The stained glass windows by Marc Chagall were originally designed in 1962 for the Synagogue of the Hadassah-Hebrew University Medical Centre near Jerusalem. This hospital was the first in the state of Israel. Under Chagall's supervision, Charles Sorlier translated these designs into the present set of lithographs in 1964 at Atelier Mourlot.
The Hebrew Bible was his primary inspiration for this work, particularly Genesis 49 and Jacob’s blessings of his twelve sons, and Deuteronomy 33 where Moses blesses the twelve tribes.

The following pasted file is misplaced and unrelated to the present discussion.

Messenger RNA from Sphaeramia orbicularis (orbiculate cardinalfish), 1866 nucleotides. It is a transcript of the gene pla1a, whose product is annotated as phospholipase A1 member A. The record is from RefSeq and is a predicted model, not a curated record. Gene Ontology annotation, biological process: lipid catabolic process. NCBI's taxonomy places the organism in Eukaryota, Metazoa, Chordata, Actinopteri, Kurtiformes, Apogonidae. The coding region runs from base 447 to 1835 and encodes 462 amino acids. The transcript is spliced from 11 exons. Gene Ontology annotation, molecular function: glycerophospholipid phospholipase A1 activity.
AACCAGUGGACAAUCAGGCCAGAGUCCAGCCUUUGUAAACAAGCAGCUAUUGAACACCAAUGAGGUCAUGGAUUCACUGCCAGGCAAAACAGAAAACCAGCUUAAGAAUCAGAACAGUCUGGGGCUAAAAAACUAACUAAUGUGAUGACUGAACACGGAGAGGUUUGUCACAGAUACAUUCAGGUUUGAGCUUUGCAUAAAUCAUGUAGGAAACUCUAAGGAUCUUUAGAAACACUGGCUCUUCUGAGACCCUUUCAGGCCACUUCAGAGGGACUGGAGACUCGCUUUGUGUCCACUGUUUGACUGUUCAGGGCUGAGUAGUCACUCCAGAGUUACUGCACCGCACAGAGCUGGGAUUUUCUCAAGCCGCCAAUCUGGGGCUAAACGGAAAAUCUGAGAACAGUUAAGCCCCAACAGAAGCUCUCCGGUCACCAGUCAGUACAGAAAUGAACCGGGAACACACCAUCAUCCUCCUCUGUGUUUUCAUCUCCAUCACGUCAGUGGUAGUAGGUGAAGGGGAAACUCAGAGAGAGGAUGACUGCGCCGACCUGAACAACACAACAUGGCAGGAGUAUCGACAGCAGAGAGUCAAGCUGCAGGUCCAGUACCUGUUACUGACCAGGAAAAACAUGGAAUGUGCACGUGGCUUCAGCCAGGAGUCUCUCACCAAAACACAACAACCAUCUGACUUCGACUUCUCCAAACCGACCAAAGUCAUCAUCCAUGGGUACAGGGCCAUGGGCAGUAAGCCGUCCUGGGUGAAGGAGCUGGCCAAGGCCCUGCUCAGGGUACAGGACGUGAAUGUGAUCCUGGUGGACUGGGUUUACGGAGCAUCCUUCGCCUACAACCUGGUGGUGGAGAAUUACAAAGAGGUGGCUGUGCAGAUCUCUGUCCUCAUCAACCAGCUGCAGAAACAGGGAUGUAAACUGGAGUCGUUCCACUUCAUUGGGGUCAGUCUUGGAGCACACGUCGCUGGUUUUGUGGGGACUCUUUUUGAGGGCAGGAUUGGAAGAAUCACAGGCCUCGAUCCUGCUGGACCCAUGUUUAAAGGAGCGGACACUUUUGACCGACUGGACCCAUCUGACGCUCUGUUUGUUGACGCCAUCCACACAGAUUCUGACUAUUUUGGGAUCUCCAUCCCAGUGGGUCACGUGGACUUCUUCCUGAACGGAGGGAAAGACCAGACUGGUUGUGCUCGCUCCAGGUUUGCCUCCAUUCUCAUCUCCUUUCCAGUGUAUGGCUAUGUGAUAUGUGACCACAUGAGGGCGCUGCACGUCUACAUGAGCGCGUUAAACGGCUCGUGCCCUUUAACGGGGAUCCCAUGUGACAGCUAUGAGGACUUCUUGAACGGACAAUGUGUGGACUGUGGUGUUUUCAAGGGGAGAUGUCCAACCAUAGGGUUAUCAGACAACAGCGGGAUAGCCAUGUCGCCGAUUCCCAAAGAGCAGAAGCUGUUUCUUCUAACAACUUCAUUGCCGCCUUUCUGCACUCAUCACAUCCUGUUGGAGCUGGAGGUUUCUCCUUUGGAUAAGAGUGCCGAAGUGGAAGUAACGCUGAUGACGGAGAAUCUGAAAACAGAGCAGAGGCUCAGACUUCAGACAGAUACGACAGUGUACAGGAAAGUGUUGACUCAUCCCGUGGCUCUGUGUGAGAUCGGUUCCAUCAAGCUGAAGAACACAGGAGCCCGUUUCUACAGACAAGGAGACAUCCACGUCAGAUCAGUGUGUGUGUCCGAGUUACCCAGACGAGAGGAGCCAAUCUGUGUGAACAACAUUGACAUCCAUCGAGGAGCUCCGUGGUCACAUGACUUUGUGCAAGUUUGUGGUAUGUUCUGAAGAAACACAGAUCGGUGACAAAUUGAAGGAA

Chagall's poetic interpretation of Jacob’s blessings goes beyond the literal. Images are populated by floating figures of animals, flowers, fish, and numerous Jewish symbols. As Julian Cain notes in his introductory essay to the plates, for Chagall the Bible was ‘very much alive...at one moment [it is] history, or it’s a novel, or sometimes pure poetry.’ Ulrike Gauss, ed., Marc Chagall: The Lithographs, a Catalogue Raisonné (Germany, 1998)